ESRI has an standard xml format to export both the data and the schema of data. In ArcCatalg (Catalog window of Arcmap): 1- As arcgis cannot export shapefile directly to XML workspace first import your shapefile into a geodatabase featureclass. 2- right-click the featureCLass > Export> XML Workspace Document in the opened window there are two combo ...


1

The format of OGC XML requests are specified in the OGC Web Services Common Standard document. Then WMS (and WFS, WCS, etc.) extends these schema to save time and effort. If you have a look in http://schemas.opengis.net/ows/ you should find what you need. I don't have a good schema viewer to hand but http://schemas.opengis.net/ows/2.0/owsCommon.xsd should ...


1

You can create .xsd schema file by rewriting your GML with ogr2ogr. Writing schema into .xsd file is the default in GML driver http://www.gdal.org/drv_gml.html so you can simply use this command: ogr2ogr -f GML output.gml input.gml You do not need the output.gml file for anything so you can delete it and use the .xsd. If your source GML is big you can ...


1

Using pure GDAL, you can preserve the waypoint symbol and type of an original GPX file with ogr2ogr -f GPX -dsco GPX_USE_EXTENSIONS=YES out.gpx in.gpx waypoints <wpt lat="51.295094" lon="6.790674"> <ele>39.0</ele> <time>2014-10-14T13:56:58Z</time> <name>Push Log Point #1</name> <desc>Lat.=51.295094, ...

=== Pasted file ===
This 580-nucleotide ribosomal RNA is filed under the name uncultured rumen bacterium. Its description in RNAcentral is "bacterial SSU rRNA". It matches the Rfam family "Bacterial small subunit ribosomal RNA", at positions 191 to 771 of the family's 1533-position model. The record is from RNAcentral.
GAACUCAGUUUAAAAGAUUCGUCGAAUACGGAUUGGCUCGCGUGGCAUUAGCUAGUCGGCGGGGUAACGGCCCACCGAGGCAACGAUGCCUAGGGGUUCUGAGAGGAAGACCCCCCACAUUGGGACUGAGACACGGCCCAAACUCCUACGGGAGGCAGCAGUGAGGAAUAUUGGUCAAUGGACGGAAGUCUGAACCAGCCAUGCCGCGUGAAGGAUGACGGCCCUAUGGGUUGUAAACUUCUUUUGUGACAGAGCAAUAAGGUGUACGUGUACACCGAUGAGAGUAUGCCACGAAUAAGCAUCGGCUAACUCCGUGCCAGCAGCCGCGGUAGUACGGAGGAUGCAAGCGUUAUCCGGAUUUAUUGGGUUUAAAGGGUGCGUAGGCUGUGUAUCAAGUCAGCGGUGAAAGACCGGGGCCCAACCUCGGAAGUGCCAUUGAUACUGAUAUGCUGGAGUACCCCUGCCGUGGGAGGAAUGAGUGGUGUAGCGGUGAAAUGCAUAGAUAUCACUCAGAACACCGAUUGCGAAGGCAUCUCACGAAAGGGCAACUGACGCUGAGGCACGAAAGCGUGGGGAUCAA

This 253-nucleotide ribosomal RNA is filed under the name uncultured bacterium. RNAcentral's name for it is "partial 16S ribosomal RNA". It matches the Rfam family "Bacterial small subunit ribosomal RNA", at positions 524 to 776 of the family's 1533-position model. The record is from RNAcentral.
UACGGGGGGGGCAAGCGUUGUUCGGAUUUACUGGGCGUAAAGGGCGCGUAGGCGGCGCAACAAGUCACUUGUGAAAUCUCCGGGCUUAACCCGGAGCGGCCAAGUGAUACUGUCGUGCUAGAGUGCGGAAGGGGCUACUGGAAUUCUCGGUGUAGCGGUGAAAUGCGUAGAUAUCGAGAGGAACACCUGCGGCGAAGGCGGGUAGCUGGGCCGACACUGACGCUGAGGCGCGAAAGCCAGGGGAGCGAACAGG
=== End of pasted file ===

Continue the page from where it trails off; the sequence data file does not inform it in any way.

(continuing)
1

I would not know of such considerations. I wonder if performance of reading the project file is really something worth tuning, as most likely any performance impact rather is caused by other things like loading layers from providers. Is there any problem with parsing that needs to be fixed? I wonder what you are referring to with "hide changes behind an ...


1

As I continued to explore yesterday, I discovered the networkx Python library, in particular its read_shp() and write_shp() functions. import networkx G = networkx.read_shp('linesfile.shp') networkx.write_shp(G, './') Got me a lines file with the original attributes and a points file with the nodes. I'm actually thrilled at the result, though there isn't ...


1

Not sure if simpler, but as MATSim is written in Java, you could also write a converter in Java, if you're familiar with programming. MATSim includes a library which provides access to shape files, so it should be possible with the MATSim code to do this. Although, looking at the actual data, it shows why MATSim probably doesn't provide a default ...


1

It seems you are not aware Openlayers 2 is already able to write your features to XML based formats, so I'm not sure using x2js is useful (but I don't know your use case) It can be KML, GPX, GML v2, GML v3. Those are all subsets of XML. Read the API docs for more. You can see a sample using your code to create GML (you can also look at Vector Formats ...


1

Emacs will work fine, especially in nxml-mode if you have the relevant schema installed. But what nxml-mode lacks is the proper XML author controls which the older psgml-mode had: unfortunately psgml-mode won't work with schemas, only DTDs. SGML-mode will be useless for GML. There is also a good xslIDE-mode if you need to work on XSLT for transforming GML to ...